Rohingya refugees rally to mark 2nd anniversary of exodus

COX’S BAZAR, Bangladesh — Tens of thousands of Rohingya refugees marked the second anniversary of their exodus from Myanmar to Bangladesh by rallying, crying, and praying Sunday as they demanded that Myanmar grant them citizenship and other rights.

Days earlier, Bangladesh, with the help of the United Nations refugee agency, had attempted to start repatriating 3,450 Rohingya Muslims — a fraction of the 700,000 who fled a 2017 security crackdown in Myanmar. None agreed to go back, citing fear for their safety. The UNHCR said that building confidence was essential for repatriation.

Cox’s Bazar Police Chief A.B.M. Masud Hossain said at least 50,000 refugees protested peacefully in the camps on Sunday.


Myanmar had scheduled Aug. 22 for the beginning of repatriation, but it failed again after a first attempt in November. The repatriation deal is based on an understanding the return has to be ‘‘safe, dignified and voluntary.’’ The refugees have also insisted on receiving Myanmar citizenship and other rights that the Buddhist-majority nation has refused to grant them.

Bangladeshi Prime Minister Sheikh Hasina said her administration will not use force to send them back despite a huge burden on the South Asian country. More than 1 million Rohingya are in Bangladesh.

At the Kutupalong refugee camp on Sunday, some carried placards and banners reading ‘‘Never again! Rohingya Genocide Remembrance Day’’ and ‘‘Restore our citizenship.’’

They raised their hands during a prayer session and cried, many loudly, as an imam led the sermon with an emotional narration of their sufferings. The prayer was held for the victims of the killings, rape, and arson attacks by Myanmar soldiers and Buddhist militias.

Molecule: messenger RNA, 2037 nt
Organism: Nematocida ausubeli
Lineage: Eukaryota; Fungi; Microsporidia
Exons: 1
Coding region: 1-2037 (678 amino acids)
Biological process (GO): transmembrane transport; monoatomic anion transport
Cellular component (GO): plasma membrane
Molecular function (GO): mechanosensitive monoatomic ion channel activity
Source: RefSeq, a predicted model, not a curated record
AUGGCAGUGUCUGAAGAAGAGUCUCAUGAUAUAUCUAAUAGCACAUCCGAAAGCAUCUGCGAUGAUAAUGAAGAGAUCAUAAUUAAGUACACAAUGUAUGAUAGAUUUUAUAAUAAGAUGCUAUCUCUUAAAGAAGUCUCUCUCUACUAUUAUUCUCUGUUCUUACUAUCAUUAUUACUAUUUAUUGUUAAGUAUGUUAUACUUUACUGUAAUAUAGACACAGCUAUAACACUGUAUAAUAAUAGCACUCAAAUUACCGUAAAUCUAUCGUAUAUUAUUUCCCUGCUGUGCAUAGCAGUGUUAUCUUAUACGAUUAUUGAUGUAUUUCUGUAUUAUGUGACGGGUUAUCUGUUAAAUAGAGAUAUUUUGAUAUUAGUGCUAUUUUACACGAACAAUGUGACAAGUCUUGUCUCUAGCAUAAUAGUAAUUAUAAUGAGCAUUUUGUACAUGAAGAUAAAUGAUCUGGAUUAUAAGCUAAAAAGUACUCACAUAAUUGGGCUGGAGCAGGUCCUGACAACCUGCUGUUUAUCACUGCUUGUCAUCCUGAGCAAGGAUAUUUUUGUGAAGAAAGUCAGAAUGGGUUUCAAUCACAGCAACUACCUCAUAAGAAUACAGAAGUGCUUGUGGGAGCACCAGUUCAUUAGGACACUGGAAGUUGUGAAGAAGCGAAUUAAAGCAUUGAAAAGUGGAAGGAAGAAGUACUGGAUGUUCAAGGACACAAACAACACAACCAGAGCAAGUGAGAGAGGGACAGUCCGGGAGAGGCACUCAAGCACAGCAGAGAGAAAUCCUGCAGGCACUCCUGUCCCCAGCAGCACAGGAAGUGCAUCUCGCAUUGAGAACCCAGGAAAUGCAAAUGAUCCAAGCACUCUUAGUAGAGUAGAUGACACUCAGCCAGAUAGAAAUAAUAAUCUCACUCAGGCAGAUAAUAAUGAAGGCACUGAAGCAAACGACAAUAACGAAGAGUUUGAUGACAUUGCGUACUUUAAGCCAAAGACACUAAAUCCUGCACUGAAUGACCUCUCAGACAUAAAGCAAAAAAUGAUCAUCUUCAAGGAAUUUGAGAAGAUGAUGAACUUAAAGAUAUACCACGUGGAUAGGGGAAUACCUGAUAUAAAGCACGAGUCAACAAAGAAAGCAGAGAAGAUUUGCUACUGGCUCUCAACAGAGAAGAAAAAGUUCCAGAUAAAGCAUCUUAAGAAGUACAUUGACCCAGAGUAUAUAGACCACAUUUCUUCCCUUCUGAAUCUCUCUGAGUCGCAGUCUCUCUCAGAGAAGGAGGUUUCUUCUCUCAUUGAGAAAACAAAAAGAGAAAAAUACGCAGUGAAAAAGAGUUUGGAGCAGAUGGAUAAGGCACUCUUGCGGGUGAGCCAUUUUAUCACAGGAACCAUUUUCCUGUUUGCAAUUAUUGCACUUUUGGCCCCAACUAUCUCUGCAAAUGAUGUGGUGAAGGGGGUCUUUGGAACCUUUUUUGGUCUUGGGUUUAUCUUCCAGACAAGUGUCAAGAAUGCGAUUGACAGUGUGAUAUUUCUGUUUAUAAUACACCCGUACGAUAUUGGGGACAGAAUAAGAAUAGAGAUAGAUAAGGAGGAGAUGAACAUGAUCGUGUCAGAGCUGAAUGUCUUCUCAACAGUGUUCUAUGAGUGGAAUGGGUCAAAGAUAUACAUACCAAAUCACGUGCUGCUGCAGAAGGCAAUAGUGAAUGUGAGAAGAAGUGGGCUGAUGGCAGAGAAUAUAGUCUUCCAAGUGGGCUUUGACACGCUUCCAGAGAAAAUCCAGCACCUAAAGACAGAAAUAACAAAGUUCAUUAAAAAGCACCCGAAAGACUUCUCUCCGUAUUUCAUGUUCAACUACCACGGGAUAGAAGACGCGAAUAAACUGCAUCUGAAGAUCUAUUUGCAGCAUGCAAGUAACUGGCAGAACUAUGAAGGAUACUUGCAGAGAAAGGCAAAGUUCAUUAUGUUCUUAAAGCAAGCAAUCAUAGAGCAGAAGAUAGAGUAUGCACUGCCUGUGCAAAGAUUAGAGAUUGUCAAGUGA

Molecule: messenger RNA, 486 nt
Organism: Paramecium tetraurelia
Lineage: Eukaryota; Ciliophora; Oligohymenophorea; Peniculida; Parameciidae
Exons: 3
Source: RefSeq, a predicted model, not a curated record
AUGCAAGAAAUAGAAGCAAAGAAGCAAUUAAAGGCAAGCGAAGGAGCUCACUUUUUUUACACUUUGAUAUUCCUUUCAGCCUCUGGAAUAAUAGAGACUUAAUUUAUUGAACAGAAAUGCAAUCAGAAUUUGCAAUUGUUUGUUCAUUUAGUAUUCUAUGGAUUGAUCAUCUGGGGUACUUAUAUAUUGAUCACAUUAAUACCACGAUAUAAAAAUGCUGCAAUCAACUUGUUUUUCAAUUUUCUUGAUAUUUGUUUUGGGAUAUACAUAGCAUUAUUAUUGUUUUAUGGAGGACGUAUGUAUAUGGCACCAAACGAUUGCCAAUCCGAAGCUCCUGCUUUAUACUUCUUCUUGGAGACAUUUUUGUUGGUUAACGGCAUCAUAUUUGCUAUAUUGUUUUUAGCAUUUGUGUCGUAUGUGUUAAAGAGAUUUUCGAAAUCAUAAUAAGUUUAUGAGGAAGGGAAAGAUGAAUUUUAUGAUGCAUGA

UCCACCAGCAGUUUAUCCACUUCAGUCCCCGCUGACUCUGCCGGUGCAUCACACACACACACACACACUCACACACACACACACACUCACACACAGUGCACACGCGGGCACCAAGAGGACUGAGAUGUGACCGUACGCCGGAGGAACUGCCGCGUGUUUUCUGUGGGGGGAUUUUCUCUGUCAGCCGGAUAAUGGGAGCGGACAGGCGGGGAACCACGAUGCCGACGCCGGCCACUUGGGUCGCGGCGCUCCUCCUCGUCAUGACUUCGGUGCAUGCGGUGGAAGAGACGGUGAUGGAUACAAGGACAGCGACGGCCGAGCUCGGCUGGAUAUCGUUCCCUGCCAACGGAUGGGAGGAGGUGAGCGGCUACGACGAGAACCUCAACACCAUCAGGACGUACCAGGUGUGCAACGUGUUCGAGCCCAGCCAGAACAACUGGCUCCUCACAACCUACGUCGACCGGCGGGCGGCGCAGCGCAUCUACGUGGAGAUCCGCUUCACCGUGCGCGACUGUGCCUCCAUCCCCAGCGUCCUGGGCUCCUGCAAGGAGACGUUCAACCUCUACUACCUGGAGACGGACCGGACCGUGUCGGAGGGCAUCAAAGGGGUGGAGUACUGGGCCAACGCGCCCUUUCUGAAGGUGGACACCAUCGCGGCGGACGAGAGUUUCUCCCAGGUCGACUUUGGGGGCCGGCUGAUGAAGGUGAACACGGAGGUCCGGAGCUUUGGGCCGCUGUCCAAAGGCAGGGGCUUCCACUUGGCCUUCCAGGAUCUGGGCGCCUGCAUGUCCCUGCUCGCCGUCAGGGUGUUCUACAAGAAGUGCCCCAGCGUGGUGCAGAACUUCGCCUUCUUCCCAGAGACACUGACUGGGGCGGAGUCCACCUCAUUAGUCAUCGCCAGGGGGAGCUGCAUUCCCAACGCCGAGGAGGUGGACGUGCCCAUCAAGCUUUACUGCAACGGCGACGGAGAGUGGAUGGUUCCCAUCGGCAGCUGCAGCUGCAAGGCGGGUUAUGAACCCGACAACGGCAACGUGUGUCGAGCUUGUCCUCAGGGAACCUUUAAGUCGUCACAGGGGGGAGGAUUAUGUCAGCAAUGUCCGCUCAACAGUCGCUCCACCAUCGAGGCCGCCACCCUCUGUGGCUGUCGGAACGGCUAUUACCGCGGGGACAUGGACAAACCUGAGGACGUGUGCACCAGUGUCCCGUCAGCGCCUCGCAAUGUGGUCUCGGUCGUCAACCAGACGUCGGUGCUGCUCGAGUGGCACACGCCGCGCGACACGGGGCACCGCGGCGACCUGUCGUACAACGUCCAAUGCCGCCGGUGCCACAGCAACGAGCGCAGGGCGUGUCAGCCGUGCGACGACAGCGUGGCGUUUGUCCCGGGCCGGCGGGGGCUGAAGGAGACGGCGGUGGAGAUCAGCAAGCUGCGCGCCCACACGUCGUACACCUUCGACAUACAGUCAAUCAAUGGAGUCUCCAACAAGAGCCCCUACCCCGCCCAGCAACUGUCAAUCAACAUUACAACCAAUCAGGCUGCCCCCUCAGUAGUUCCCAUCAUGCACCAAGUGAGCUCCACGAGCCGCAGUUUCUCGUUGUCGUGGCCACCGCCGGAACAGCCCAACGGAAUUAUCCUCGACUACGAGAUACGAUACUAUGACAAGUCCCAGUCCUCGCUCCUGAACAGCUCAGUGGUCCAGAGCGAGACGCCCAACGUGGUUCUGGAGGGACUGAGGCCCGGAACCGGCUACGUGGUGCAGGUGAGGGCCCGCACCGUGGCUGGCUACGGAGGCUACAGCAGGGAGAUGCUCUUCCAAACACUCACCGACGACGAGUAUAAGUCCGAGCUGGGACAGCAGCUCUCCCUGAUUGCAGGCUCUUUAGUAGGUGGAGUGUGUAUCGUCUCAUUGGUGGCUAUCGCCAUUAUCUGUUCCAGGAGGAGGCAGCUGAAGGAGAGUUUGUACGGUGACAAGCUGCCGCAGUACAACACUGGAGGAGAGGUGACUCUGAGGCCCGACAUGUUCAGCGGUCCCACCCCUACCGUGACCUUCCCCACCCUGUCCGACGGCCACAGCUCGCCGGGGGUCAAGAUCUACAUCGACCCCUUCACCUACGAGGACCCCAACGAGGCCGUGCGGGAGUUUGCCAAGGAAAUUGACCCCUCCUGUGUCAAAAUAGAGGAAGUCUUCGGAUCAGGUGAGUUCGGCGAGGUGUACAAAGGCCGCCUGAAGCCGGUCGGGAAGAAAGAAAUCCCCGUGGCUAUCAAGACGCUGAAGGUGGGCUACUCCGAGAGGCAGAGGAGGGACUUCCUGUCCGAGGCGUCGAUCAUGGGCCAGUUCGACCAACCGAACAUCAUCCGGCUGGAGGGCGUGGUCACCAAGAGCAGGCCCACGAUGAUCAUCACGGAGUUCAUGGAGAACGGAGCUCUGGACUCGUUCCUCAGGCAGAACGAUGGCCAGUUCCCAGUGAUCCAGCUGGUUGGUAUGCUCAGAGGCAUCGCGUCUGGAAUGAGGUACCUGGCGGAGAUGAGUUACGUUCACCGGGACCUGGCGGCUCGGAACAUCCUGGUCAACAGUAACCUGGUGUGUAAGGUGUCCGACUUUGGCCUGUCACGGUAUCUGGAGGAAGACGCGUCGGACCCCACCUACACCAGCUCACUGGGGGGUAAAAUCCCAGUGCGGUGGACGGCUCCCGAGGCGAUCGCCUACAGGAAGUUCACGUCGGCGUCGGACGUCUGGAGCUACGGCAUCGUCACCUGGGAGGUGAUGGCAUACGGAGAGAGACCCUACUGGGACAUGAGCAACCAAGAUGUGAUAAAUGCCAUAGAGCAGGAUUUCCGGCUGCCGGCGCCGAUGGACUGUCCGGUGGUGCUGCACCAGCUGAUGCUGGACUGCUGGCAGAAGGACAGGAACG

‘‘Oh Allah, how much blood we have to give to have peace in our life? We have been shedding our blood for decades and now we are here. Please help us, we want to go back,’’ said the imam.


Myanmar has consistently denied human rights violations and says military operations in Rakhine state, where most of the Rohingya fled from, were justified in response to attacks by Rohingya insurgents.

A UN-established investigation last year recommended the prosecution of Myanmar’s top military commanders on charges of genocide, war crimes, and crimes against humanity. Myanmar dismissed the allegations.

On Thursday, the UN Independent International Fact-Finding Mission on Myanmar released a new report concluding that rapes of Rohingya by Myanmar’s security forces were systemic and demonstrated the intent to commit genocide. The report said the discrimination Myanmar practiced against the Rohingya in peacetime aggravated the sexual violence toward them during times of conflict.

Fortify Rights, a human rights group that has documented abuses in Myanmar, has called on Myanmar’s government to implement recommendations from the Advisory Commission on Rakhine State, which was appointed by Myanmar leader Aung San Suu Kyi in 2016 and led by former UN Secretary General Kofi Annan.

The commission recommended that the government end enforced segregation of Rakhine Buddhists and Rohingya Muslims, ensure full humanitarian access, tackle Rohingya statelessness, ‘‘revisit’’ the 1982 Citizenship Law and punish perpetrators of abuses.

On Thursday, the UNHCR said in a statement that the agency and the U.N. Development Program had sought effective access in Myanmar.

Phil Robertson, deputy director of Human Rights Watch, said that concerted efforts were needed ‘‘to really raise the pressure on the Burmese generals. We’re talking about targeted sanctions, we’re talking about an arms embargo.’’